How many times have we been advised to enjoy the outdoors? To garden? To walk on the lawn early in the morning, to commune with nature as we sip our morning tea? A recent study conducted by the University of Plymouth, UK, on 149 participants aged 21-65 has found that affinity to greenery helps reduce craving for alcohol, cigarettes and harmful foods. The participants were given a questionnaire and were asked about their eating and craving habits. It was found that those who had regular exposure to greenery in any form had less craving.
“It is often seen that spending time in green spaces, specially natural ones, makes one happy. The exact mechanism is not known. But it is believed that while seeing greenery, neuro-circuits of the brain are activated and they release positive hormones,” explains Dr Anjali Chabaria, psychiatrist, Mindtemple, Mumbai. She further explains that since many people take to various addictions to fight stress in life, greenery acts as the perfect counter.
Another study says that if your childhood was spent in proximity to greenery, it decreases the chances of emotional and mental issues later in life. The Journal of Physiological Anthropology published a study which stressed the fact that active interaction with indoor plants (like touching and smelling) can reduce physiological and psychological stress.
We all know how regular exercises in a natural environment positively affects cardiac issues, blood pressure and the production of stress hormones. It gives new life and strength to various joints of the body and relaxes our muscles, besides lowering the risk of dementia. Being surrounded by a beautiful garden always imparts a sense of tremendous pleasure and calmness.
“There are cases where a patient needed rehabilitation from alcohol, drugs or tobacco addiction, but couldn’t succeed,” says Dr Pooja Shivam Jaitly, psychologist, Ariston Hospital, Delhi. Now therapeutic approaches are being used along with medication and closeness to nature is an important aspect, she adds.
“We advice our patients to have maximum access to nature and indulge in activities such as watering plants, gardening and even ploughing the soil. It helps fight stress and anxiety, which often lead to addictions,” she explains. During counselling sessions, patients are encouraged to bring about a change in their lifestyle with the help of nature.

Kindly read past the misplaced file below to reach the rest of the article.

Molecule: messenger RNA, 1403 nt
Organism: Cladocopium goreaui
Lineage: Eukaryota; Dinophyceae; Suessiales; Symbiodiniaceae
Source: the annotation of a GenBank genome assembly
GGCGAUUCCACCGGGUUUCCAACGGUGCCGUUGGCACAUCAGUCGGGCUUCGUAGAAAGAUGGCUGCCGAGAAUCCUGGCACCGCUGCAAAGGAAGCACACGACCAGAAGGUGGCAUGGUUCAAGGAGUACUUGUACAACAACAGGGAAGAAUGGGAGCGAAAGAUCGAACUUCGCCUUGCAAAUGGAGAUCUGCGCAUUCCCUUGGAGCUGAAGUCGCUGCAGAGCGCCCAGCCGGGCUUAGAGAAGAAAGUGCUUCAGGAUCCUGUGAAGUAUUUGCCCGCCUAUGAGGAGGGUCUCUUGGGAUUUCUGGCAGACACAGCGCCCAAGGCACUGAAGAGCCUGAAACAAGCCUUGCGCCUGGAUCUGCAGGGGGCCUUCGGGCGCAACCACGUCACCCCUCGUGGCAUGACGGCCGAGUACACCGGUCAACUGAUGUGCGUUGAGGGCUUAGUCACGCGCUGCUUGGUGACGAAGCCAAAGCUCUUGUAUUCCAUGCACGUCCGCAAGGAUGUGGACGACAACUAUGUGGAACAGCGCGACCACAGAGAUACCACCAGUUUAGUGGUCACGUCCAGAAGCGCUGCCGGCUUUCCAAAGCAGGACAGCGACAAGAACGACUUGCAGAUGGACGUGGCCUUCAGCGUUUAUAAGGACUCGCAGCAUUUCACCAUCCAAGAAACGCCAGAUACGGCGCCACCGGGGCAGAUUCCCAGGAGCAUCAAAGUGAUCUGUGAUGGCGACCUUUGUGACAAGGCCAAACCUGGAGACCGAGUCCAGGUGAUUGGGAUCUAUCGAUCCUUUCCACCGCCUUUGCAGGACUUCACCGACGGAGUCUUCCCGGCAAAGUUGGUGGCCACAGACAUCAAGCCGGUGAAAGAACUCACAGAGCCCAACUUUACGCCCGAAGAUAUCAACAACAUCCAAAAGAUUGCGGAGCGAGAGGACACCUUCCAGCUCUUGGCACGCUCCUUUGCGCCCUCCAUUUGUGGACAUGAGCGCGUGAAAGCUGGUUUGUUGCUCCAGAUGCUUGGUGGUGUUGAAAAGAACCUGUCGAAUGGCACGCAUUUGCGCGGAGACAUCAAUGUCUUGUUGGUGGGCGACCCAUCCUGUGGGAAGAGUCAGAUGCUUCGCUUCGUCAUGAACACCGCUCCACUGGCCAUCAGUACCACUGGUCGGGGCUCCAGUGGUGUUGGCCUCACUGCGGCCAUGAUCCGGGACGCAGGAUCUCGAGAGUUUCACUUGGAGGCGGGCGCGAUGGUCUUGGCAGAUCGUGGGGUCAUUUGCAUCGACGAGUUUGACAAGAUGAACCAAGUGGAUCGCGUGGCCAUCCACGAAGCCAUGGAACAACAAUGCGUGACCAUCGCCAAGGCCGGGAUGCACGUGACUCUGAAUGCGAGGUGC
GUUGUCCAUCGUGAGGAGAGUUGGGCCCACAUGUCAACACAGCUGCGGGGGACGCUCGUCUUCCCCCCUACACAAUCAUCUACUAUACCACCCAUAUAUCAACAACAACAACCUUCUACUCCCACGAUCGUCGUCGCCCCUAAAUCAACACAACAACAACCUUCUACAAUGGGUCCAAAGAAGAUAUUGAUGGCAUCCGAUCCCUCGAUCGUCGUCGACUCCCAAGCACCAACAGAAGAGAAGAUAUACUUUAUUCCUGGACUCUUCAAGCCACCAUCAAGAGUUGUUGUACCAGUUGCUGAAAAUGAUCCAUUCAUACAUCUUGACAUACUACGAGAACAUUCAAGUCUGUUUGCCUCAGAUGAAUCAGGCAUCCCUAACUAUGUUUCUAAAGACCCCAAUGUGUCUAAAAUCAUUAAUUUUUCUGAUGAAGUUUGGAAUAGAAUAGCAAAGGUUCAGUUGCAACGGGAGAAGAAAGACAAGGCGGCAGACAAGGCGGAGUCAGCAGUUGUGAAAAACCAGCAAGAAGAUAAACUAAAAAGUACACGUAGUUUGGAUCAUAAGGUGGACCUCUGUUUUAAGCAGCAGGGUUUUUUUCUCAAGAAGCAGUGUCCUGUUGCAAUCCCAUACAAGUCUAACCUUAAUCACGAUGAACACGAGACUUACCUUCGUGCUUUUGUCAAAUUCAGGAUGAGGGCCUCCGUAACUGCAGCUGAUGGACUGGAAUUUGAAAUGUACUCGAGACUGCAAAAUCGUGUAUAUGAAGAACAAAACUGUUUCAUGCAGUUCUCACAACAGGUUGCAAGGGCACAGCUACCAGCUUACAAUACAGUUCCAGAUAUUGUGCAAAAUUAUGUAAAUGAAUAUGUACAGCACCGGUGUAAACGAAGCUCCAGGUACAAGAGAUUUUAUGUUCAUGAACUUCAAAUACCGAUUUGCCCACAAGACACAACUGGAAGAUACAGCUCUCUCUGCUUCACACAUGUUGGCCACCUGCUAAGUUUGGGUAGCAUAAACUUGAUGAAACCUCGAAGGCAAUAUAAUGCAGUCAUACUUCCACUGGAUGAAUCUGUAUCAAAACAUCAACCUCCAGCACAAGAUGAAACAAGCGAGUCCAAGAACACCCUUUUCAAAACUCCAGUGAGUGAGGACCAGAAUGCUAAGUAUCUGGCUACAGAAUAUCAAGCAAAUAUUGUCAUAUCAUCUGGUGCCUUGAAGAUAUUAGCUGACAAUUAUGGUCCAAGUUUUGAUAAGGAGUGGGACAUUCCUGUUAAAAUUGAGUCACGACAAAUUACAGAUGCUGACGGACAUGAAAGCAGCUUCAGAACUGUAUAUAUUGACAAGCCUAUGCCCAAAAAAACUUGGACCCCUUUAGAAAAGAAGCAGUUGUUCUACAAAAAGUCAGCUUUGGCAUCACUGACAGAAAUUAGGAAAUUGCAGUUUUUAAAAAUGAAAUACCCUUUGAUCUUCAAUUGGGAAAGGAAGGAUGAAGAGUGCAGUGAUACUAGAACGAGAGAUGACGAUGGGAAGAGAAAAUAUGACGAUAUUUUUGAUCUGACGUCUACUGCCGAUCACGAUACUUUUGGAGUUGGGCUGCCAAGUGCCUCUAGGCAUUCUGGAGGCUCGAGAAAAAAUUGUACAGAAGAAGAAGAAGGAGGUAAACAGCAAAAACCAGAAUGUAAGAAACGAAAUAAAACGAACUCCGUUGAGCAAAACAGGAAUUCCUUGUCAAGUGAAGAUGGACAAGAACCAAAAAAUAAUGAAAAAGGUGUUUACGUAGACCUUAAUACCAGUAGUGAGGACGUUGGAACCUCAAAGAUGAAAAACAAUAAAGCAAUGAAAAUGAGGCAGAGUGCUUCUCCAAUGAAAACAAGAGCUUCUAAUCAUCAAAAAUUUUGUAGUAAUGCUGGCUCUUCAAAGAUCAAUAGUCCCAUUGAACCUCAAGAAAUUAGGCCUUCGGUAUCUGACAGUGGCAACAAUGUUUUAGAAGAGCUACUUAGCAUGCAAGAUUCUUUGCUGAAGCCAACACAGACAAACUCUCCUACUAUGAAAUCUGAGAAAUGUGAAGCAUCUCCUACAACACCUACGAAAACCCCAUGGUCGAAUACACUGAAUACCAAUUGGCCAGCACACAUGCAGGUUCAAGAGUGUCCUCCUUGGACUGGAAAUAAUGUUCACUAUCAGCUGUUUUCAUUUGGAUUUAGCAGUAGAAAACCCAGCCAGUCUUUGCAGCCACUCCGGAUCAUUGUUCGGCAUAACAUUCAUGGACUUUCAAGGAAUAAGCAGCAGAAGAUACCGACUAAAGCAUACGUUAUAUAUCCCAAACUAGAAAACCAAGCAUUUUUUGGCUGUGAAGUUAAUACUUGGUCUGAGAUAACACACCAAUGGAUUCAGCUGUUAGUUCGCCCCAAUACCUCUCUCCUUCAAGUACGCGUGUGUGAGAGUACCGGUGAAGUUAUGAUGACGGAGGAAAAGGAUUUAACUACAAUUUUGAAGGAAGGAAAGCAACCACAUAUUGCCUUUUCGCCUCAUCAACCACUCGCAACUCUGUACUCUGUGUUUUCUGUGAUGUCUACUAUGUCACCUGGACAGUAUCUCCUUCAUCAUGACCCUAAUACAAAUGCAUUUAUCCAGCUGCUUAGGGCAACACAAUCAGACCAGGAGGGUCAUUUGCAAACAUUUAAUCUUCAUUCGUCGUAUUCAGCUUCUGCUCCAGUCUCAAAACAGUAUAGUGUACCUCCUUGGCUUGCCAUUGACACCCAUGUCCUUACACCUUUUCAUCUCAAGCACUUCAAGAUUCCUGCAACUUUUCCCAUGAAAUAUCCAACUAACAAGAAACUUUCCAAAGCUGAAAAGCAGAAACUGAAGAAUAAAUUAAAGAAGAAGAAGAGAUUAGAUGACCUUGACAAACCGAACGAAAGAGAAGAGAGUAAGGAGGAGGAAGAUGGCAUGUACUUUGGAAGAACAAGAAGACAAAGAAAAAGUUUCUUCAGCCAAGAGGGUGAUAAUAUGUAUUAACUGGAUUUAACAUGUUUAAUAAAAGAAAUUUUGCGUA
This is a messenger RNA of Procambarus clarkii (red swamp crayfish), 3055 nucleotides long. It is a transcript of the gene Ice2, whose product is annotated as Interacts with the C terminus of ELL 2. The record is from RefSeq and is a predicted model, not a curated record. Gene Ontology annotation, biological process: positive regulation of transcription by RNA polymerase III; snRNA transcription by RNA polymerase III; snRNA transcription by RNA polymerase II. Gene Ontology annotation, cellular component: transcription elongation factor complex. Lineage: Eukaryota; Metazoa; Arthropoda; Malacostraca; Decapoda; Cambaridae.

“There are many holistic treatments being used to counsel patients suffering from different types of addictions. Spending time in green surroundings is just one such therapy,” says Dr Samir Parikh, director, Mental Health, Fortis Hospital, Delhi. He, however, believes that more studies are needed to co-relate the two. But there is no doubt that exposure to nature not only takes care of your mental health but also contributes to your physical fitness.
In a study at Stanford University, two set of volunteers were chosen, of which the first set was assigned to walk for 90 minutes through a leafy, quiet, park-like portion of the Stanford campus and another set was assigned to walk in a loud, hectic, multi-lane highway in Palo Alto. The volunteers were not allowed to have companions or listen to music.
It was found that in those walking along the highway, blood flow to their subgenual prefrontal cortex—brain—was high. But the volunteers who had strolled along the quiet, tree-lined paths showed slight but meaningful improvements in their mental health. They also had less blood flow to the subgenual prefrontal cortex. That portion of their brain was quieter. It was also seen that the first set of volunteers were more attentive and happier afterwards than those who strolled for the same amount of time near heavy traffic.